These four fishes are grouped together because they are all known as “Chior” 鲳 by the Teochews/Hokkiens, although scientifically, they belong to different families. They are similar in size and shape but quite different in flavour and texture.
The pomfret is a prized fish locally and is specially regarded by the Teochew as the best food fish bar none. We Teochews even have a saying about marriage and good food that goes like this:
Ai chua ngia bou, sou lak nior! Ai jia hor her peh dou chior.
The literal translation being “If you want a beautiful wife, sou lak nior! (An ancient, voluptuous Chinese beauty) If you want to eat good fish, white bellied pomfret!
The strange thing is, pomfrets seem to only achieve such legendary status with the Teochews in particular and the Chinese race in general. You hardly see them being used in western cooking. In Australia, the word pomfret is used to refer only to the black pomfret and the revered silver pomfret doesn’t even get an entry in the Western Australian Museum’s “Field Guide to Marine Fishes of Tropical Australia and South East Asia”. 4th Ed!
There is really only one way to cook a fresh silver pomfret and that is to steam it Teochew style (see my recipe). If the pomfret is less than fresh, then it is usually fried first and then cooked in a sauce or topped with sambal chilli.
In Singapore, the Chinese Silver Pomfret, 斗鲳 (Dòu chāng) is preferred over the Silver pomfret 白鲳 (Bái chāng). It is said that its flesh is a bit more flavourful and the fish is usually larger in size, so it is great for banquets.
The best pomfrets come from local waters but these are rare. I have come across pomfrets which have been caught by overnight fishermen being sold at the wet market for $50/kg. You can expect to pay $35/kg for a excellent quality pomfret. Pomfrets from the 泗水(Surabaya) region are also considered very good eating fish. This fish are usually wild caught.
The way to pick a good pomfret, aside from the usual firmness of the fish and colour of the gills is to give the gill covers behind the eye a little squeeze. With the good ones, you will get a bit of pastel orange fluid coming out behind the gill covers. With the better quality pomfrets, you should still see much of the scales intact. These are usually caught in cages and are less traumatised. The ones without scales are probably caught using drift nets and are considered less ideal.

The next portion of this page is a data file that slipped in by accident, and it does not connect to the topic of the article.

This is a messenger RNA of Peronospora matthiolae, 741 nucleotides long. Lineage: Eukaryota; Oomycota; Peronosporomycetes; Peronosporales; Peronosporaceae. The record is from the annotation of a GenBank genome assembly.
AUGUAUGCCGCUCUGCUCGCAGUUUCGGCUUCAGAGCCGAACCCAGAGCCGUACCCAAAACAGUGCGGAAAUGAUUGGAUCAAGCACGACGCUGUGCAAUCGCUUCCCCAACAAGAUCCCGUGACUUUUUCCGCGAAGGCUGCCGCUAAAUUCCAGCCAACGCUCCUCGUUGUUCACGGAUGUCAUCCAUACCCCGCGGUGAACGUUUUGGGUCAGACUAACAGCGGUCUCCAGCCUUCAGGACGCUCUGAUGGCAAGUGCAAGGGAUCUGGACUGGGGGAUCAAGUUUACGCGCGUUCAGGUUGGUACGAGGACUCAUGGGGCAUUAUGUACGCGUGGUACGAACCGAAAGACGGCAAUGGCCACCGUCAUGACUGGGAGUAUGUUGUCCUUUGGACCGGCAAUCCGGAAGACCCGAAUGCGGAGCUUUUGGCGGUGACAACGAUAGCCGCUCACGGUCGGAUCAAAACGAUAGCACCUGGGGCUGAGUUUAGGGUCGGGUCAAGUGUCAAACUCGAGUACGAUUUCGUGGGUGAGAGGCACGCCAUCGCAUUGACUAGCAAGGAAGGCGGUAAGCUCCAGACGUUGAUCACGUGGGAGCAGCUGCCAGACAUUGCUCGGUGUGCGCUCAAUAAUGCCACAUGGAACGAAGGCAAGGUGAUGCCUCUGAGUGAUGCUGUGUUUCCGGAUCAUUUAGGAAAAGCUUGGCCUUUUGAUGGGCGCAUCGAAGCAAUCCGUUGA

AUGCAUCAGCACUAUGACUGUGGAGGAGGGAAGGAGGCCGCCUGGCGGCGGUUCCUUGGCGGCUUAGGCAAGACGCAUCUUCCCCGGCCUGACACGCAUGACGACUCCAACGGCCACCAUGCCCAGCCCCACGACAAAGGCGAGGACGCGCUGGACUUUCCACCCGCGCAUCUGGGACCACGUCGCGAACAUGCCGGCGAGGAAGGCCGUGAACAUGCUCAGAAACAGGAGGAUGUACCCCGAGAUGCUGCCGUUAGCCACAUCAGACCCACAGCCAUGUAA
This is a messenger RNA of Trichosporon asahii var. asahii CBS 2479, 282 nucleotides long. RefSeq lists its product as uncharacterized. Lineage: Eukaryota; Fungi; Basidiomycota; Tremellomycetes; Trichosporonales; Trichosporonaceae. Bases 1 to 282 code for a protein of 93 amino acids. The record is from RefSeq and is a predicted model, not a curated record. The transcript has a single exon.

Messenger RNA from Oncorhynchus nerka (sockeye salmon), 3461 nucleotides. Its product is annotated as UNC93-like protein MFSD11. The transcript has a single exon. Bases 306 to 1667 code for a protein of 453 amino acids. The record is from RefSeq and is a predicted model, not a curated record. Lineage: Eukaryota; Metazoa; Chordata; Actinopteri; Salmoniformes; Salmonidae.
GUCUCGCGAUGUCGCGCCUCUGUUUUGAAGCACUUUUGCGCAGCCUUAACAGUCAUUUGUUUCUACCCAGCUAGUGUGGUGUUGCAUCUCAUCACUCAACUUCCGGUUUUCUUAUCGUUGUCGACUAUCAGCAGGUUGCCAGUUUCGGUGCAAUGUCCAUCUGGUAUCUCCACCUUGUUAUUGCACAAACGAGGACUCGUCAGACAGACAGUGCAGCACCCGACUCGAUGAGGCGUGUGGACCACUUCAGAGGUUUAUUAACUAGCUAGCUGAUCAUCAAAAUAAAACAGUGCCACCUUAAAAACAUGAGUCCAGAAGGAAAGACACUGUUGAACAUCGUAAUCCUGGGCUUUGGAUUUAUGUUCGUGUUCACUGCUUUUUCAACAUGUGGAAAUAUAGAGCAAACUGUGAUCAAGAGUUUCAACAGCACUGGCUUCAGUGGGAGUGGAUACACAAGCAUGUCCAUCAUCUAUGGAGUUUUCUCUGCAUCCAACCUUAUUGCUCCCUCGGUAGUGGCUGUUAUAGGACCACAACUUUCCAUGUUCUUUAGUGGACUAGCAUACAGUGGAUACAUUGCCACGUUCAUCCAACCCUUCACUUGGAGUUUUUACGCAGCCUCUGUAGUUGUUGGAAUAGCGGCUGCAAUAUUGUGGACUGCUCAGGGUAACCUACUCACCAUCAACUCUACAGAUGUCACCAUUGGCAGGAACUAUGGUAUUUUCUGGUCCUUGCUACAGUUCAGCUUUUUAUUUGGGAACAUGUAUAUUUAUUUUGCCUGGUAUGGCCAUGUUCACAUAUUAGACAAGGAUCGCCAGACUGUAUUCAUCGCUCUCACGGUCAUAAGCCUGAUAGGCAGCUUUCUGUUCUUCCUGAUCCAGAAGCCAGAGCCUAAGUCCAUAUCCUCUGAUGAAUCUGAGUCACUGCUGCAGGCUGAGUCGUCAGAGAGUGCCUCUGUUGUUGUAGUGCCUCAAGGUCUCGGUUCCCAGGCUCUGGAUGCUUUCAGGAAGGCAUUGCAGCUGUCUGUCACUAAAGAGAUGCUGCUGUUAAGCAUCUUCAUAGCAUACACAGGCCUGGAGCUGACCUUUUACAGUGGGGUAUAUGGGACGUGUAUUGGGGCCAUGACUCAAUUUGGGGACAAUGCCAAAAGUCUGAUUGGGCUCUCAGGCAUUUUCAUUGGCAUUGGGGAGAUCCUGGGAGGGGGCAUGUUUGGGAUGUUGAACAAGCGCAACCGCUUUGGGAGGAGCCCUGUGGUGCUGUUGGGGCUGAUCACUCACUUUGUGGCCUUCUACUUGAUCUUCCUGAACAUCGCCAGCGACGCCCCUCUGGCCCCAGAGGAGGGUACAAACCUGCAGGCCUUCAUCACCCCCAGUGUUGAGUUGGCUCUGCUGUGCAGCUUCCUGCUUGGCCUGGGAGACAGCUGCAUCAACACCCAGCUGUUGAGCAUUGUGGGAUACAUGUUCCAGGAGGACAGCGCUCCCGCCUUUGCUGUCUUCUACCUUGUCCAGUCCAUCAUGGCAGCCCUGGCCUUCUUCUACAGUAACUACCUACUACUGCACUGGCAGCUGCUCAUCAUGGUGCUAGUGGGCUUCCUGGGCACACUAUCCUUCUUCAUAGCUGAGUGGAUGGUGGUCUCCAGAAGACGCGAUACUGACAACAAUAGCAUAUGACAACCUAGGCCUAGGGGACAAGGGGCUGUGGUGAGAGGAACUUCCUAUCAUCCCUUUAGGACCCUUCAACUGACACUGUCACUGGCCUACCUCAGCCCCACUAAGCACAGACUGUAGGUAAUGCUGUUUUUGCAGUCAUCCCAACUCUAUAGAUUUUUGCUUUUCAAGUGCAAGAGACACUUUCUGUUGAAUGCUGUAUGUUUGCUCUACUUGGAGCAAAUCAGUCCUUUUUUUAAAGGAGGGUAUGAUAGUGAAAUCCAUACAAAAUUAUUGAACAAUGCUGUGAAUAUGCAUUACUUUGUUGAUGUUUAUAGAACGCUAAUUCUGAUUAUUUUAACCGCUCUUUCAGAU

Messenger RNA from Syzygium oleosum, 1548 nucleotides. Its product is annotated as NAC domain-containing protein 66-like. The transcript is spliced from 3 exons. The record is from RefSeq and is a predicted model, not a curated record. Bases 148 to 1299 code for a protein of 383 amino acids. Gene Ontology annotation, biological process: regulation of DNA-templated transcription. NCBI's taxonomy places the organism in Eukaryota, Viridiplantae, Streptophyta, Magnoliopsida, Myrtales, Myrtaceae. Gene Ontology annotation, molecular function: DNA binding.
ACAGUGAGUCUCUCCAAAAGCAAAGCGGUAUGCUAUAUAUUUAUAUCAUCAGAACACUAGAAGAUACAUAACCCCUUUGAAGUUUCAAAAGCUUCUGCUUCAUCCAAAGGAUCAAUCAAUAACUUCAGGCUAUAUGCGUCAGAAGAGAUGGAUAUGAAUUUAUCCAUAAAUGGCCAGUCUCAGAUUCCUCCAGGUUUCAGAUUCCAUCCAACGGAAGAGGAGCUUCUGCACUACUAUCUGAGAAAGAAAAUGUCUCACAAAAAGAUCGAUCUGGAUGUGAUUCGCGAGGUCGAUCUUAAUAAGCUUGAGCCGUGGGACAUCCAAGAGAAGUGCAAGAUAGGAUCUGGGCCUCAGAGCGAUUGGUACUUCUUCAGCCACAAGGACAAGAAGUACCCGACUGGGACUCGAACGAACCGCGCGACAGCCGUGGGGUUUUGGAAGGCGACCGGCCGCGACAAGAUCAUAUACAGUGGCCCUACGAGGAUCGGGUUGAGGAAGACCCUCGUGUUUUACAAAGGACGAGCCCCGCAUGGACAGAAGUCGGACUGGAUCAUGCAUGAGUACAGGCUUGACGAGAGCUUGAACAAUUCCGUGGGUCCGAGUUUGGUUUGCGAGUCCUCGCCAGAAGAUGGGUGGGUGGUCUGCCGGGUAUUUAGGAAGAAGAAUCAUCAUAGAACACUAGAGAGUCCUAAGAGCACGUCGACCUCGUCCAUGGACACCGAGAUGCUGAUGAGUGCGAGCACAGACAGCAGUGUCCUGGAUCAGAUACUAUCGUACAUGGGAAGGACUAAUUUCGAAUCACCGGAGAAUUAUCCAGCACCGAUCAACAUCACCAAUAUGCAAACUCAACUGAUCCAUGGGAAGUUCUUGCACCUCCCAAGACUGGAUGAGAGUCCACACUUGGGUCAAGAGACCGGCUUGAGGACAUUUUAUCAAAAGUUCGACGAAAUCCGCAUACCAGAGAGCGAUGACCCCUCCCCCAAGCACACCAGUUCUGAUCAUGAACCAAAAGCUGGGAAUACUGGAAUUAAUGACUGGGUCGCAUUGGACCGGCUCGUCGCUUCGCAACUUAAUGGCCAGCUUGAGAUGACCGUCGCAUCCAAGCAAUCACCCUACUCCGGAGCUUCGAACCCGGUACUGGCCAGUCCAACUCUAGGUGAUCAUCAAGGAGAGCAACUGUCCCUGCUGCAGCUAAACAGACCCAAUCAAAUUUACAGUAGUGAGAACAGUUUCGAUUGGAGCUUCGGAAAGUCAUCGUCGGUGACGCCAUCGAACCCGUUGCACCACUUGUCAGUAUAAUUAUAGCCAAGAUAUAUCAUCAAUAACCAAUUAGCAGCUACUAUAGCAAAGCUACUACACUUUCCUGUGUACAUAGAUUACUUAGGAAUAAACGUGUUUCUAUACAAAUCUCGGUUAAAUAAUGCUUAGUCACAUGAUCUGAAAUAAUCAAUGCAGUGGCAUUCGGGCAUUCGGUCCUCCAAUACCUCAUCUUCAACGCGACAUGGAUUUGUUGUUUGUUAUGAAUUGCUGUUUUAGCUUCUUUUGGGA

The above photo shows the difference between the Chinese Silver Pomfret and the Silver pomfret. The Chinese Pomfret tends to be slightly broader (top and bottom) and the lower jaw is the same length as the upper jaw. They also tend to be darker grey in colour but this can vary.
Black Pomfrets are quite different from Chinese Silver and Silver pomfrets. For steaming, the Teochews prefer the former but a fresh black pomfret can taste very nice when steamed as well. The flesh is not as fine as the Silver Pomfret and a good Black Pomfret from the 泗水(Surabaya) region can have a very distinct fragrance. My preference for cooking this fish is to fry the fish first and then cooking it in a black bean and chilli sauce. This fish is usually wild caught.
So far we have covered the Chinese, silver and black pomfrets. Now we turn our attention to the “golden”pomfret 金鲳. The Chinese group these four fishes together because of their shape and size, but as we can see, they belong to different families.
Most of the Snubnose Pompanos that you find at the wet markets are farmed. They are not prized as highly as the other pomfrets as the flesh is firm and not as delicate as the Chinese Pomfret. I like to simply coat the fish with salt and tumeric powder and shallow fry it in a wok. Large sized pompanos can be filleted and the flesh used to cook porridge.